You gotta be ready. I have to be as fast as I ever was, which, is a tall order when you’re 37 and you’ve done marathon buildups. But it’s funny, it’s also my natural sweet spot, the 5K and the 10K on the track, so we’re hoping that helps.

FW: So in the Trials 10K, are you thinking that unlike in the past, where you could run 76s and then close with a 63 and win by a lot, you’re going to have to run 74s and 75s and still have company very late in the race and still need that big kick you’re known for?
MH: Oh, definitely. It’s definitely not going to be like the last two years where it’s kind of biding my time. So it’ll be interesting. Like I wish I were five years younger, because it would be pretty fun to mix it up and have that kind of depth up front. This will just be a really big challenge.

FW: Do you think that being 36 or 37 is the challenge? Or is it that you have several marathon buildups in your legs?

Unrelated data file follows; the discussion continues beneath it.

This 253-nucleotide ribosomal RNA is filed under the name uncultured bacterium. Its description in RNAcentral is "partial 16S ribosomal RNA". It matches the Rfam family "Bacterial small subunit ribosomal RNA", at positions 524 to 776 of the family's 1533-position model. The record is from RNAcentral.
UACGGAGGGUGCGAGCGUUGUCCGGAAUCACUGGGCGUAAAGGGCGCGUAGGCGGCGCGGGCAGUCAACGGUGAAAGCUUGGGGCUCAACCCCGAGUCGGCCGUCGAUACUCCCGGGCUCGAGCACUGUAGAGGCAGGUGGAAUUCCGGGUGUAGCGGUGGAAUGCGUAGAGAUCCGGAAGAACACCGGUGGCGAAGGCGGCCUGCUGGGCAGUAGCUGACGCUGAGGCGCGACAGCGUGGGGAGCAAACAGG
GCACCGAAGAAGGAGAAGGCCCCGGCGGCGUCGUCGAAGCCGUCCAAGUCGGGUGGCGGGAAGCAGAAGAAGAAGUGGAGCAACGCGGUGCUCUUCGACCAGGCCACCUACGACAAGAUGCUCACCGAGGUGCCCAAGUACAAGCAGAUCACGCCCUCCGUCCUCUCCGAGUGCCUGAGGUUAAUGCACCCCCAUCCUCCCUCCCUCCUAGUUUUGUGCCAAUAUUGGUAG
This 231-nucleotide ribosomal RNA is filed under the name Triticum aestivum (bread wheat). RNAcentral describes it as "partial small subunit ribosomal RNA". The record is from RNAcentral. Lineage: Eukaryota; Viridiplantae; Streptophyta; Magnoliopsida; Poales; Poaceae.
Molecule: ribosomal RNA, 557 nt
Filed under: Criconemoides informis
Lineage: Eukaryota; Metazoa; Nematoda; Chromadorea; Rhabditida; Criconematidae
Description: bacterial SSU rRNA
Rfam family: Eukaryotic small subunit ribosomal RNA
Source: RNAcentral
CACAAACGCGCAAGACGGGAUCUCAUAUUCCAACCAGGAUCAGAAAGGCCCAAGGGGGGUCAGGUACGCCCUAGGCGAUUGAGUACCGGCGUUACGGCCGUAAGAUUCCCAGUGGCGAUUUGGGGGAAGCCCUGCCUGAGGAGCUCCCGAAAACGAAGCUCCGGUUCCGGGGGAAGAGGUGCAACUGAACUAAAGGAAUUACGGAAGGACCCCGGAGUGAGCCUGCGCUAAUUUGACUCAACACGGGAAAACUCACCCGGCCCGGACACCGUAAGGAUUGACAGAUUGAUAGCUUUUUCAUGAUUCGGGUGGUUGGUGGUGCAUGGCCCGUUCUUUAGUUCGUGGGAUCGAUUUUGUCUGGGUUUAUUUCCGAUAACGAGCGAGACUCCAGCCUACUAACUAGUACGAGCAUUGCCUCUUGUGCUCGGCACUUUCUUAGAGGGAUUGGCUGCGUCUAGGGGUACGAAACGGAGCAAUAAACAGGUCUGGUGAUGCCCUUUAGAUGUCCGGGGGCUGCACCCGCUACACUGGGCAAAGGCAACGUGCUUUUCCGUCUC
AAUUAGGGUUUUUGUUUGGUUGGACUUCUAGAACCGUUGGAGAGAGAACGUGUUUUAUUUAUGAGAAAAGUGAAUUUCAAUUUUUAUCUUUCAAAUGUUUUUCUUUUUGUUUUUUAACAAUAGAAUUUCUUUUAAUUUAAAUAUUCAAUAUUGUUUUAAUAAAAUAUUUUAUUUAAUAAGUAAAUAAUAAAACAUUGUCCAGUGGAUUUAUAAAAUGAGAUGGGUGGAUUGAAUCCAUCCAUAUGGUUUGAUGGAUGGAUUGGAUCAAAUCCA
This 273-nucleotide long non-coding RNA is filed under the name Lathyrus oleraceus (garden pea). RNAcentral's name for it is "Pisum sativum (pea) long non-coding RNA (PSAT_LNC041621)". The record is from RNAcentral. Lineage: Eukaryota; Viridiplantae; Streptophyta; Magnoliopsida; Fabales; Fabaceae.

MH: I don’t think it’s being 37, I think it’s just my own running imbalances that have built up over the years. Because I’d say Sara Hall and Steph Bruce are running better than they’ve ever been, and they’re older than me. So it’s not age, it’s more the mileage that has beaten me up.

FW: Is the hope to make the team in the 10,000m and then not have to run the 5,000m at Trials?
MH: That’s the hope, I’m imagining I probably will have to do both, but the 10K is first, so that’s good, you get your best chance first.

FW: So is the Olympics your sole focus at this point? Or are you thinking about the marathon, and finally showing what you’re capable of at that distance based on what you’ve shown at the half? 
MH: Yeah, I’m definitely picking my spots. Definitely the main focus is 100 percent to make the Olympic team in the 10K, but I totally could do a marathon in the fall after that, so that’s kind of what we’re looking towards. And the marathon will be there whether the Olympics are or not.